ByRich Knight, writer at Creators.co

Tarantino can do no wrong. Until he can. While all of his films have been interesting to say the very least, some have been less interesting than others. Here’s a list of his best and worst films, all ranked. What are your favorite Quentin Tarantino movies?

8. Death Proof

Image taken from: wallpapercave.com
Image taken from: wallpapercave.com

The second film in the epic Grindhouse double feature (the first being Planet Terror by Robert Rodriquez), Death Proof is a slow grind with an amazing payoff.

Meant to be an homage to '70s slasher flicks, Tarantino went a bit too far with the dialogue in this one. It comes off as being even more annoying than it needs to be, which was sort of the point, but it's kind of lost here. I’m not the only one who’s not a fan of this flick, as Tarantino himself said it was his worst movie. Even with that amazing chase scene at the end, it still didn't make much of an impact.

7. Kill Bill

Image taken from: wallpapercave.com
Image taken from: wallpapercave.com

Kill Bill is, I think, a great demarcation of Tarantino’s career. Prior to this movie, Tarantino made loving homages to his favorite genre pictures, but they played like genuine cinema. Kill Bill is probably the first real Tarantino movie, in which his personal style overshadowed the story and he started making his kind of movies.

Yes, the violence set to catchy music was there before, but the striking visuals and more playful nature that was only hinted at in Pulp Fiction take full effect in Kill Bill. This is most noticeable in Vol. 1, which is more style over substance. In the end, what felt fresh upon the first viewing, felt a little stale upon its second and third viewings, and outright kitschy by the fourth and fifth. Vol. 2 is much better than Vol. 1, but as a whole it’s a very lopsided picture and one that doesn’t hold up.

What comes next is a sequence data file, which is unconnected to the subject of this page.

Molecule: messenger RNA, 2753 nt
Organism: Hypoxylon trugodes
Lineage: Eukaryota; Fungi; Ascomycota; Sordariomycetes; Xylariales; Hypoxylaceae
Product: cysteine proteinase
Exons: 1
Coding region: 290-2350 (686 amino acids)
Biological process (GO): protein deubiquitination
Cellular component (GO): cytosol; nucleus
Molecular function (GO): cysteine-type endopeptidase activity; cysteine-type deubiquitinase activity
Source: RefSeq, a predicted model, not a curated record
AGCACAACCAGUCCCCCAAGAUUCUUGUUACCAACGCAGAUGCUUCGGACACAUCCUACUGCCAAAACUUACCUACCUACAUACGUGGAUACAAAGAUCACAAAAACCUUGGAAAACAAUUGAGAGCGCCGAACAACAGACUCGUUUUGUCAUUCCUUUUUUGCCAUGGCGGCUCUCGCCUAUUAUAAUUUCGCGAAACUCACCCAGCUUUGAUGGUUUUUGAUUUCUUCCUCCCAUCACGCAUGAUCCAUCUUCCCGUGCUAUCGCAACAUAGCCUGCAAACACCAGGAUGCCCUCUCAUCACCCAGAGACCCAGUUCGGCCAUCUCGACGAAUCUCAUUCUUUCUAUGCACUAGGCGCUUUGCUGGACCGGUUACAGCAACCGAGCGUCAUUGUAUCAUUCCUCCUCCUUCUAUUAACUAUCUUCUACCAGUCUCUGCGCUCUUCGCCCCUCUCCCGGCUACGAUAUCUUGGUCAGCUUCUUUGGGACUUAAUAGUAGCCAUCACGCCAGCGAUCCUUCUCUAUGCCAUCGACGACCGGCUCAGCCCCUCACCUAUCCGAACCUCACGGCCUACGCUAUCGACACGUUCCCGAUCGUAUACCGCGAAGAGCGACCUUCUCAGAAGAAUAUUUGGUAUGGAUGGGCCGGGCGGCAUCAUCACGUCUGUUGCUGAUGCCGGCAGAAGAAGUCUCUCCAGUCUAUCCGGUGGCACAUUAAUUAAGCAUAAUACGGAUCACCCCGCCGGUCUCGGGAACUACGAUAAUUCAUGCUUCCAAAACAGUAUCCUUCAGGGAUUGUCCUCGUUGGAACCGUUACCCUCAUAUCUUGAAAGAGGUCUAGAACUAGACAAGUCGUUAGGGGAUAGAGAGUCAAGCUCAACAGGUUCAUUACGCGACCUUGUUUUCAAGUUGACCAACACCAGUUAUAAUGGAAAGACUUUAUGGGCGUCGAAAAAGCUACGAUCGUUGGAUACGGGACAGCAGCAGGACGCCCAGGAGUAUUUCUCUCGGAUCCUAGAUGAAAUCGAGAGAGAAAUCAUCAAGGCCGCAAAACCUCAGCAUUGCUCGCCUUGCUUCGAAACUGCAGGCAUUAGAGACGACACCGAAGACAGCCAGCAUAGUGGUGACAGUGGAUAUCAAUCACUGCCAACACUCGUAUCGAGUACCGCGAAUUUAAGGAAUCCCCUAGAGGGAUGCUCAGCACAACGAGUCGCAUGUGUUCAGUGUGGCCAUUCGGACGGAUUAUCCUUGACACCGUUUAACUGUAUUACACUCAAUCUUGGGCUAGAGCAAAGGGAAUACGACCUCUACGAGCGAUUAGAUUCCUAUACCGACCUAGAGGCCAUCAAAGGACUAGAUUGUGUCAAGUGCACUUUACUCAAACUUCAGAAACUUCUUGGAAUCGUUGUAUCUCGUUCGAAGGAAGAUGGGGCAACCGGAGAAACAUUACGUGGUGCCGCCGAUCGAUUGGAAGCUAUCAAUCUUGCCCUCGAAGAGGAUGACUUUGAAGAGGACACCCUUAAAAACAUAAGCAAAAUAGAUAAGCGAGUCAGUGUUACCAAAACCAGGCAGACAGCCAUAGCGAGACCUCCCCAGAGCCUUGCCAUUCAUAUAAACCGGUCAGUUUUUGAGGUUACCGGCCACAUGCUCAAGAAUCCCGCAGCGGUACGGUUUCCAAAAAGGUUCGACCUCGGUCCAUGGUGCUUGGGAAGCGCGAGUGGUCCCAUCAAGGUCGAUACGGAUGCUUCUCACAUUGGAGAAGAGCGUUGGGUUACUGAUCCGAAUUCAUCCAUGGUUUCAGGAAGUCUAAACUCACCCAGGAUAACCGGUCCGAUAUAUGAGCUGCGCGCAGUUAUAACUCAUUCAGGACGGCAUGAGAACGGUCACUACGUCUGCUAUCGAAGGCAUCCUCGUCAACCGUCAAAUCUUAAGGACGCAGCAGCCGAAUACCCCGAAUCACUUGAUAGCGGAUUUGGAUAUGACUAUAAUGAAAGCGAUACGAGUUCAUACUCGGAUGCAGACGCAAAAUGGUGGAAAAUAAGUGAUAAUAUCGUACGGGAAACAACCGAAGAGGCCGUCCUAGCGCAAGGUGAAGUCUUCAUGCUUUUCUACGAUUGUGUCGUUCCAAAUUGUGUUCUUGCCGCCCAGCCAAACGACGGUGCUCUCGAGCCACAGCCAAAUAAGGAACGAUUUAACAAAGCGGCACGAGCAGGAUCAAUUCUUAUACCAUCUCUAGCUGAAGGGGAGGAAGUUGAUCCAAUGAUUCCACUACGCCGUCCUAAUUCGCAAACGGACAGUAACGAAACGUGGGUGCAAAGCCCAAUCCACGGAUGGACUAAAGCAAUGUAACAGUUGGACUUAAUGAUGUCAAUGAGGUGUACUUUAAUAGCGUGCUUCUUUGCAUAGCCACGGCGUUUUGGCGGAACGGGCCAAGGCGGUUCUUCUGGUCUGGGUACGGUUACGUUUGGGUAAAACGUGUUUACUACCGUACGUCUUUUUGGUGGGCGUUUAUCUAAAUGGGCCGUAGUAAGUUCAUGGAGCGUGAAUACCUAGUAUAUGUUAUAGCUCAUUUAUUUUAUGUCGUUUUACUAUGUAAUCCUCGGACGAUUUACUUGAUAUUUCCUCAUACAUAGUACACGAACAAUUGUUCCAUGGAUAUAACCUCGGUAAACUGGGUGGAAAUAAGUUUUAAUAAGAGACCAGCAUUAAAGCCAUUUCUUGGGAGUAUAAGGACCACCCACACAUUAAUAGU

6. Django Unchained

Image taken from: www.thedrum.com
Image taken from: www.thedrum.com

Django (or, Djangoooooo!) is a movie that should have ended a half an hour earlier than it did. Unlike Inglourious Basterds — which I’ll get to in a second — the style is consistent here. It’s an ultra-violent, silly movie throughout, with Jamie Foxx looking cool, and Christoph Waltz playing the perfect, Obi-Wan mentor character. It’s a really fun film, and Leonardo DiCaprio stands out as a cocky plantation owner, but overall, it doesn’t feel entirely complete.

It’s an issue where less would have actually been more, if that makes any sense (after the gunfight in the mansion, I think it should have ended). It’s… an okay picture. And it’s also his most successful movie. But when pitted against his superior films, it’s a little mediocre.

5. Inglourious Basterds

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Image taken from: imgur.com

Inglourious Basterds is a movie that is inconsistently glorious. There are moments in this film, like the tense Christoph Waltz conversation about Jews beneath the floorboards, or the bar scene, that are probably the best work Tarantino has ever done.

But then, there are moments where people put explosives on their fists and punch with them that really take away from the grandness of it all. The climax is phenomenal, but the journey there could have used more polishing. This is what I meant by the whole Kill Bill demarcation. If this was made pre-Kill Bill, it probably would have eliminated all the silly moments.